(i) identify and discuss any issues of liability or ethical misconduct that may arise from the facts and come to a conclusion on what legal remedies or disciplinary action may be available by reference to case law, statute, and ethical codes and rules.
(ii) identify any significant values relevant to the practice of law that may be under threat in the fact situation, or in your answer to Question (i). Identify and discuss the way that the structure and history of the legal profession or patterns in the way lawyers relate to clients and society may have given rise to the problems arising in the fact scenario.
(iii) consider and come to a conclusion on any broader reforms to the profession, the legal system, or, a particular firm or practice of an individual that might be necessary to solve the problems you have identified in the medium to long term, or to prevent such problems arising in the future.
The intention was that in Question (i) the students would demonstrate knowledge and skills of application in relation to the content of the law of lawyering. In Questions (ii) and (iii) they would critically reflect on their rule-based analysis of the problem situation by reference to a broader set of analytical tools, skills, and experiences. In Question (ii) students would apply what they had learnt of the ethical theory and sociology of lawyering (ie “social ethics”) to the situation and to their advice. The students were encouraged to base their answers in this section on their personal beliefs, values, and experiences, if they wished. In Question (iii) students would be required to show an understanding of the skills that would be required of lawyers and law firms for ethical practice in the very specific context described in the problem scenario. They would also be required to propose and evaluate any reforms to the institutional arrangements governing the legal profession that might be necessary to prevent or correct the problems that had occurred in the scenario.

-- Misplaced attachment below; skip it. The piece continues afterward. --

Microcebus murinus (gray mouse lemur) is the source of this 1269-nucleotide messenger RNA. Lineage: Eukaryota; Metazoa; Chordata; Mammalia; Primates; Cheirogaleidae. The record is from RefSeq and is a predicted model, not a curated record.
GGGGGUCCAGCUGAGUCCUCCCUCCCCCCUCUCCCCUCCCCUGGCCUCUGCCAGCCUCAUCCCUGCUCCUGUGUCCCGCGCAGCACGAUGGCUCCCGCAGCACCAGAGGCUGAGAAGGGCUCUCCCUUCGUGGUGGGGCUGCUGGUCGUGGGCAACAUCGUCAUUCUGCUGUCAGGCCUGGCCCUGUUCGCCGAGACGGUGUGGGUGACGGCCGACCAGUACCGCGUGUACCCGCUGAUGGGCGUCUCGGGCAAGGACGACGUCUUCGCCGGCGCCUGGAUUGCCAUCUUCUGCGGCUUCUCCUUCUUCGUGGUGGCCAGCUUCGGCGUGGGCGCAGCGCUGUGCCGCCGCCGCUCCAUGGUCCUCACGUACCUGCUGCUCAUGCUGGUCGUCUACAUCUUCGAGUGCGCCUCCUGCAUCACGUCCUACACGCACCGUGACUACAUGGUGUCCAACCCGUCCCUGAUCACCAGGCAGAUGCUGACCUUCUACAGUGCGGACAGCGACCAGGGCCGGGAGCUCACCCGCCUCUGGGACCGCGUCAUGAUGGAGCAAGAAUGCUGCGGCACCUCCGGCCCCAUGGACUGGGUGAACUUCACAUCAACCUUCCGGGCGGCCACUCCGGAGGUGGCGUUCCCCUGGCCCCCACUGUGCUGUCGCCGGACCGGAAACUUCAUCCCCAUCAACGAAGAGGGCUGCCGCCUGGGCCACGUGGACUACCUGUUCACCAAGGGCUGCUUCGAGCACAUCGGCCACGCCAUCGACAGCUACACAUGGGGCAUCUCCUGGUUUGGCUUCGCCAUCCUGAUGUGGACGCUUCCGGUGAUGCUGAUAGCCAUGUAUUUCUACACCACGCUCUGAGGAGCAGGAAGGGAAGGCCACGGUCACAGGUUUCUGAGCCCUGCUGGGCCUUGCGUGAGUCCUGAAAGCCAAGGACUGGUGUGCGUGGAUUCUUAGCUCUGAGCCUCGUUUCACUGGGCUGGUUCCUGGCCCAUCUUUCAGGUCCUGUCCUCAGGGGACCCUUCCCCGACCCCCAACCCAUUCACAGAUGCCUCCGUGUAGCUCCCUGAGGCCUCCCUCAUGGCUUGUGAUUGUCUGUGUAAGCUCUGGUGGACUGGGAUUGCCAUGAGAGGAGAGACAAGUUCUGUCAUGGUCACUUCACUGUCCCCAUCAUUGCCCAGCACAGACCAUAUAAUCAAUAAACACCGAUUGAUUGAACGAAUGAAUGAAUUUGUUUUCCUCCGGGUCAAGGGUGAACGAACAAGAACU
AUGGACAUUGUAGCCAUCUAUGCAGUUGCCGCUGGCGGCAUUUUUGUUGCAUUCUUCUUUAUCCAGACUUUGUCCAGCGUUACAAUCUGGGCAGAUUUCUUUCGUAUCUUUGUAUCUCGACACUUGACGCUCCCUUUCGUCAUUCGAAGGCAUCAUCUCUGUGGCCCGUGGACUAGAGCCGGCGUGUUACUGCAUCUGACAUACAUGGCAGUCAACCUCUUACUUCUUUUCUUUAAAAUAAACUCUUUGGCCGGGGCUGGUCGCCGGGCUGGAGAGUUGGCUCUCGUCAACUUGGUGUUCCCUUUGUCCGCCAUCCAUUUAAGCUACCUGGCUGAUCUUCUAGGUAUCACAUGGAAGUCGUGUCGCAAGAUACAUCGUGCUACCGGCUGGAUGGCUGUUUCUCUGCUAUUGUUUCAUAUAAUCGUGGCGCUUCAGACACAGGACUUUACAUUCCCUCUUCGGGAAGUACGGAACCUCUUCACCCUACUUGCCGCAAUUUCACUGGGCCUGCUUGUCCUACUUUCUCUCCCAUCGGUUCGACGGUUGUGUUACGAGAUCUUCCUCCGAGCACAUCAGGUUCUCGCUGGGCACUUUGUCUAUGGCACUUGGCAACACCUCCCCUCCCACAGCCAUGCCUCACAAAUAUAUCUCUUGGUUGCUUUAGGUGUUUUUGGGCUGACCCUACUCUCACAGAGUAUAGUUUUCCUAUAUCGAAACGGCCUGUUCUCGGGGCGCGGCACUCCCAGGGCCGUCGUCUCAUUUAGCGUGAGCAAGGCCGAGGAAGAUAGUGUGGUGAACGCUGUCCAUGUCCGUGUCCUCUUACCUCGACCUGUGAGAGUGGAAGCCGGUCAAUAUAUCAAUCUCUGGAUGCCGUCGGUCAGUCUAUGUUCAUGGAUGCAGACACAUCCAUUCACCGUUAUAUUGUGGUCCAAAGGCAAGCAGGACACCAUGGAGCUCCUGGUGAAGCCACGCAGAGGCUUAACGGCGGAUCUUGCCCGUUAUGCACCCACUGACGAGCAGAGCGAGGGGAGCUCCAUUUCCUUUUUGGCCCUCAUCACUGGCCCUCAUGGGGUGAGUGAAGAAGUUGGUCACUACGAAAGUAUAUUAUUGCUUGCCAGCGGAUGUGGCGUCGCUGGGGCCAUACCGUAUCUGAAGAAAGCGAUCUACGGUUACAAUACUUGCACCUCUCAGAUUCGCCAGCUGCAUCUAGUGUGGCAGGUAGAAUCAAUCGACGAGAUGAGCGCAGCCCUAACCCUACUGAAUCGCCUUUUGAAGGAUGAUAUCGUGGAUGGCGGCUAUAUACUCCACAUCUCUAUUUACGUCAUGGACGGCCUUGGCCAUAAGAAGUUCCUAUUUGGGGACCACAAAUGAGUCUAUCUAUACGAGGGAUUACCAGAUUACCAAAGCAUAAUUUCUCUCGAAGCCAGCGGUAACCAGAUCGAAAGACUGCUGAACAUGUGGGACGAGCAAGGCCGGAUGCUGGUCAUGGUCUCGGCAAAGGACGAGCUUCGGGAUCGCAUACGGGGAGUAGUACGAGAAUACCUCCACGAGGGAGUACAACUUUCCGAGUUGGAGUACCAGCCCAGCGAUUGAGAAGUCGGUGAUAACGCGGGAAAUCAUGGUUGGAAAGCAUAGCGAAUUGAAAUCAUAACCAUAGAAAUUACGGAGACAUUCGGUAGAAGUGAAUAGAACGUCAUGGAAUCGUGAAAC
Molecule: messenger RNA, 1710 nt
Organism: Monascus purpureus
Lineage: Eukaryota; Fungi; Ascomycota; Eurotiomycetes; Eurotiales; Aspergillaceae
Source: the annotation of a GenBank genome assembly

This paper discusses how we fared on each of the three learning outcomes in turn. In each case there is both a hopeful and a disappointing story to be told: there are students who are cynical about learning ethical rules, and those who feel they can improve their ability to act ethically; those who learn how to critique the practice of lawyers within a broader context, and those who see only rules; those who connect skills and everyday practice with ethical issues, and those who still see them as disjointed. I will argue, based on the evidence, that it is reasonable to hope that our students might learn something about moral judgment and ethical behaviour in the practice of law from a course with some combination of the above three learning outcomes. However, we might be able to improve their learning outcomes by more explicitly teaching them a reasoning orjudgment process that connects the application of rules about ethics, and a critical standpoint on rules and regulatory institutions, with personal values in the context of the skills required for the everyday practice of law. In other words, it is probably important for us to stop worrying so much about the content of what we teach in legal ethics courses — rules balanced against theory balanced against skills. Instead, we should focus some more attention on making explicit to our students the underlying assumptions, tools, and processes of thinking that we use, both in practice and in scholarship, to put life, theory, and rules together to make moral judgments about both specific individual practices and the practices of the whole profession.
This paper assesses what students say about what they have, in fact, learned in Law, Lawyers, and Society by reference to how we tried to achieve these learning outcomes. These included: a qualitative analysis of anonymous student evaluations filled out in the last class (107 evaluations were received from 167 enrolled students); reflective journals submitted for assessment by 114 students; and student evaluations of their experience at Kingsford Legal Centre (“KLC”) which were handed in on a separate sheet of paper with their compulsory interview report. In Appendix One I describe the course and its assessment in more detail.